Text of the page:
DC plan participants now have more responsibility over their retirement, but not all are experienced or equipped to increase savings. In an interview with PlanSponsor, Mike Swann, Client Portfolio Manager, says the fact that each participant is responsible for their own outcome is one thing that is not working in the DC retirement plan system. Participants may not be familiar with how to set up portfolios to withstand market losses or how to react to market losses, and they are subject to their own whims — taking hardship withdrawals or loans and reducing or stopping contributions when they need cash.
With the current crisis of COVID-19, it’s been revealed that many participants focus more on investment performance instead of replacing monthly income, which is how a pension plan would normally operate.
Swann believes the next focus of DC plan design will involve helping participants evaluate downside risk as participants move closer to retirement. The Setting Every Community Up for Retirement Enhancement (SECURE) Act will allow plan sponsors to explore more guaranteed income products. Although costs themselves are a challenge for getting said products into DC plans, Swann believes providers will find a way to make the products work for them in a cost-effective manner.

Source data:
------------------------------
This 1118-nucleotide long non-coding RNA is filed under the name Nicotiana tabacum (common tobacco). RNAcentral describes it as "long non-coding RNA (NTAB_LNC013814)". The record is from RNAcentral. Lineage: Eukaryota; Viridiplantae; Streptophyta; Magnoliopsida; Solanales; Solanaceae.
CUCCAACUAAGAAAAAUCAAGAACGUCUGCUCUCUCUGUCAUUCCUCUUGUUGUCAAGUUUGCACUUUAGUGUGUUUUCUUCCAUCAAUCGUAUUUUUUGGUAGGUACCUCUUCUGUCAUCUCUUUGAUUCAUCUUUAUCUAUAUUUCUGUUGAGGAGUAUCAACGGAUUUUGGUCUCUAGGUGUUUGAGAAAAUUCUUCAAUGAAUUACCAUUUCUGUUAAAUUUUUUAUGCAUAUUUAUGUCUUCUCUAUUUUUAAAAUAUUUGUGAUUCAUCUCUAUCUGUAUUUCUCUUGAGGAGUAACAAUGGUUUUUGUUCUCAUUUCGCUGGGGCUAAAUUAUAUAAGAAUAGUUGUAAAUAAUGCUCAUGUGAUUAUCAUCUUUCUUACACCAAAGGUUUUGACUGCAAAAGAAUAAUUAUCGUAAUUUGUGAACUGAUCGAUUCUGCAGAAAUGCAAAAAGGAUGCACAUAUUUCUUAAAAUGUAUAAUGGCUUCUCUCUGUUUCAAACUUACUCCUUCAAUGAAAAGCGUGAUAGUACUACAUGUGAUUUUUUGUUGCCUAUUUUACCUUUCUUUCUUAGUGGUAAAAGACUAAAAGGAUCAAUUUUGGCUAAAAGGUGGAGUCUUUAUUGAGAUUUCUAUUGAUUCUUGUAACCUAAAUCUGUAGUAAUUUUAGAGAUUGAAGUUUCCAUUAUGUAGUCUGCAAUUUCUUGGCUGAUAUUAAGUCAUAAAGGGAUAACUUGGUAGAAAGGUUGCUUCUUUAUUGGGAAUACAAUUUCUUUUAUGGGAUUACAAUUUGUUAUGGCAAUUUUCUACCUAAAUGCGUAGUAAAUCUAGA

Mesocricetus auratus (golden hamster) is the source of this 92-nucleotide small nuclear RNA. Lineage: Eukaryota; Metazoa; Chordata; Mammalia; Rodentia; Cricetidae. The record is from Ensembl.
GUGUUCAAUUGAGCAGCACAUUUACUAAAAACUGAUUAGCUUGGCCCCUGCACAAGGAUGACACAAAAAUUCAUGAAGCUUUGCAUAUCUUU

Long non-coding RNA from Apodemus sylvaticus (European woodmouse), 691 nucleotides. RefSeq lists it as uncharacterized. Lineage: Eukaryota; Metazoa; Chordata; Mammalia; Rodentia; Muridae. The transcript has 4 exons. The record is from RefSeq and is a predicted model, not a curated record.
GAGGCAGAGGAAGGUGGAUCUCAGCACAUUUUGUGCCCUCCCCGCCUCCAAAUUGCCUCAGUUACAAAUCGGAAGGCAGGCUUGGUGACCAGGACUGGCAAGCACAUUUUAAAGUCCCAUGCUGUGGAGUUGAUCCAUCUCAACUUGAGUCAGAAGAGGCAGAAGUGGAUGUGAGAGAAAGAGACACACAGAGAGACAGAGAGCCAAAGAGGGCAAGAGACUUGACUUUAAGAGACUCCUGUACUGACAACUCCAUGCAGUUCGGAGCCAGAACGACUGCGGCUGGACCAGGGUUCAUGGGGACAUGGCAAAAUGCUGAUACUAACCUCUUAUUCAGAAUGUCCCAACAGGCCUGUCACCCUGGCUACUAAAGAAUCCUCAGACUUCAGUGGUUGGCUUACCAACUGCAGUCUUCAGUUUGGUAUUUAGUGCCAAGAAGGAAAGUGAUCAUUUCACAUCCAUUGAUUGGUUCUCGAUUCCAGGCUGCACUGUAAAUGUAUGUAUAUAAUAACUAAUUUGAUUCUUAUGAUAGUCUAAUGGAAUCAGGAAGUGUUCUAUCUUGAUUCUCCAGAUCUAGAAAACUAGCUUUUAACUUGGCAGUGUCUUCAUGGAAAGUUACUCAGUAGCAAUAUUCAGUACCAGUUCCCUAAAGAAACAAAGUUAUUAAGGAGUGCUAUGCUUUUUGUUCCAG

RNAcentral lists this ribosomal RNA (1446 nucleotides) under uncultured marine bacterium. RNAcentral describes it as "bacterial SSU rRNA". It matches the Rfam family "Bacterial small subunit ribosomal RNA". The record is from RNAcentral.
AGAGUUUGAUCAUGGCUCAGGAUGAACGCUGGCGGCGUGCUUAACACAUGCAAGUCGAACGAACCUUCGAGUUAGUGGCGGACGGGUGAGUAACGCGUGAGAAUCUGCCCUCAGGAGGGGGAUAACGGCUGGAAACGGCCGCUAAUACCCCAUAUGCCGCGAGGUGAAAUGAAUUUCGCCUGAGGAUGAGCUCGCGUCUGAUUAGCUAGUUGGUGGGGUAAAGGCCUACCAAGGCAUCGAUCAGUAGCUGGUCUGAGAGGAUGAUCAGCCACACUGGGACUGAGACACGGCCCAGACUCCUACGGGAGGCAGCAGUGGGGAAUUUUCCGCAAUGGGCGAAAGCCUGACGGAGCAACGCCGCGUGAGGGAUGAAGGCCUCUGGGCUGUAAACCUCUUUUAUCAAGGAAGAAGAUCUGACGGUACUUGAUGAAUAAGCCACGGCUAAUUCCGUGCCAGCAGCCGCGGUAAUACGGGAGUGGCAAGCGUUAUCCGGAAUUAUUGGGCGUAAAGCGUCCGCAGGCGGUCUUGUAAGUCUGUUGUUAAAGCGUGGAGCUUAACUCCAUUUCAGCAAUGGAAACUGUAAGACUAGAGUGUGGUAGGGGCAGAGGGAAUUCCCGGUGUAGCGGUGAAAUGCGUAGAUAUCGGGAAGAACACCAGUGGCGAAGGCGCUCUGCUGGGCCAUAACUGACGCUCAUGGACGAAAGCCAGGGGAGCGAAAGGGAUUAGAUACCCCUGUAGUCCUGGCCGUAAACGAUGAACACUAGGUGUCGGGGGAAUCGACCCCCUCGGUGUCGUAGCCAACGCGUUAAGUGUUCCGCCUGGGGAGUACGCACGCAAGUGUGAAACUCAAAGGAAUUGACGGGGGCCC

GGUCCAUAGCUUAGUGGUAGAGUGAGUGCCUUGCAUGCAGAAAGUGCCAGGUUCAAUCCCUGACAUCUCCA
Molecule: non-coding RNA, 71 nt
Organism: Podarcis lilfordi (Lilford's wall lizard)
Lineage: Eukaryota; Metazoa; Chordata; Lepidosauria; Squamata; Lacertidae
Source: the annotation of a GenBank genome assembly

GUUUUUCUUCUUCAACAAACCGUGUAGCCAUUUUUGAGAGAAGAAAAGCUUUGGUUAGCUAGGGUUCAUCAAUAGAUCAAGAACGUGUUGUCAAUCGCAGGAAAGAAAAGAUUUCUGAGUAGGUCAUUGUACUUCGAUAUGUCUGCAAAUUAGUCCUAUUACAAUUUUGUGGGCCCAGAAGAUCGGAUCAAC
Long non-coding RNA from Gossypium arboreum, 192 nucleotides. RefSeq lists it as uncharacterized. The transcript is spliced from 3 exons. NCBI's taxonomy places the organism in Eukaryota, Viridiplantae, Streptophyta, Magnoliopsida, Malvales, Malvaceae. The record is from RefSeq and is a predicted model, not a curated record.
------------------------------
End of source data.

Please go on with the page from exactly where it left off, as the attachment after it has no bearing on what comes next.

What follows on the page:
“The evolution of DC plan design will be driven by market demand,” he says. “The ‘give as much risk as participants can take to get market performance’ argument is going to change."Read the full article
Information provided by SEI Investments Management Corporation, a registered investment advisor and wholly owned subsidiary of SEI Investments Company.
There are risks involved with investing, including loss of principal. There can be no assurance goals will be met nor that risk can be managed successfully.
A 401(k) QDIA (Qualified Default Investment Alternative) is a default investment used when money is contributed to an employee's 401(k) account, but the employee has not made their investment election. Sequence risk is the danger that the timing of withdrawals from a retirement account will have a negative impact on the overall rate of return available. One basis point = 1/100 of 1%.